Time to degree depends on a number of factors, but students who declare a physics major in their first year of study should be able to finish in four years without the massive course loads that some four-year degrees require. Frequent meetings with an academic adviser will help ensure that every course counts toward the degree.
At most colleges and universities, general education credits compose about a third of the required credits for a bachelor’s degree. These courses are designed to give students breadth of knowledge before they focus primarily on their major coursework. Full-time physics students generally complete these requirements within their first two years while also beginning their physics coursework. Depending on the school, some of these credits count toward major course requirements for the physics degree, removing a couple of courses from the list.
Schools design major coursework so that students who begin a physics program in their freshman year can finish in four years of full-time study. For example, Santa Cruz requires four lower-division physics courses, three lower-division mathematics courses and one computer programming course, which students usually complete in their first two years. The advanced major requirements, which students begin in their second year and continue through their fourth year, consist of 14 courses and two labs, covering topics such as thermodynamics, quantum mechanics and electricity. Students must also complete a senior thesis research course in addition to writing their thesis, which the university recommends completing in two quarters.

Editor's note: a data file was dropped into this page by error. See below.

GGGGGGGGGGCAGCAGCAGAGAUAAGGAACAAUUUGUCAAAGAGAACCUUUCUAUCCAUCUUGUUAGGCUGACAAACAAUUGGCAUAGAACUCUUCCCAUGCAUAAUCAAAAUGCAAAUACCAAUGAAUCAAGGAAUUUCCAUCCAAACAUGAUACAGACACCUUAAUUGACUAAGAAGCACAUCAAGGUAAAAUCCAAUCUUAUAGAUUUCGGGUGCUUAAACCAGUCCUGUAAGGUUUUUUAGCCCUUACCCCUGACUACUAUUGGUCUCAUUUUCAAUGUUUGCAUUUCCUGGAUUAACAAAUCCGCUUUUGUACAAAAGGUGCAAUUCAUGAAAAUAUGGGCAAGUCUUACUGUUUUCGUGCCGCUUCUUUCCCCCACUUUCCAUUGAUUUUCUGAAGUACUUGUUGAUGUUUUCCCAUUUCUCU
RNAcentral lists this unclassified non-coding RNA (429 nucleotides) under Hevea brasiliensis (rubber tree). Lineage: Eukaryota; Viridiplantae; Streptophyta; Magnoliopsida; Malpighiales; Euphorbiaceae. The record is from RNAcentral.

Support Courses and Electives
Some degree programs give physics students the opportunity to take support courses and electives outside of the physics department, often to earn a concentration or a minor in another subject. For example, the physics major at the Massachusetts Institute of Technology allows students to use such coursework to create their own focus on an additional discipline, such as astronomy, nanotechnology, the history of science, philosophy or science teaching. Students need to begin this work in their sophomore year if they want to graduate in four years.
The number of credits in which students enroll each term effects graduation time. The federal government defines full-time study as 12 units per term, whether semesters or quarters, for student loan purposes. Students who take 12 units per term will earn 96 semester units or 144 quarter units in four years. However, bachelor’s degrees in physics generally require about 120 semester units or 180 quarter units, meaning that such “full-time” students will graduate in five full years rather than four. To graduate in four years, students must enroll in at least 15 units per term. Alternatively, to graduate in six years, ten units per term suffice.
Elissa Hansen has more than nine years of editorial experience, and she specializes in academic editing across disciplines. She teaches university English and professional writing courses, holding a Bachelor of Arts in English and a certificate in technical communication from Cal Poly, a Master of Arts in English from the University of Wyoming, and a doctorate in English from the University of Minnesota.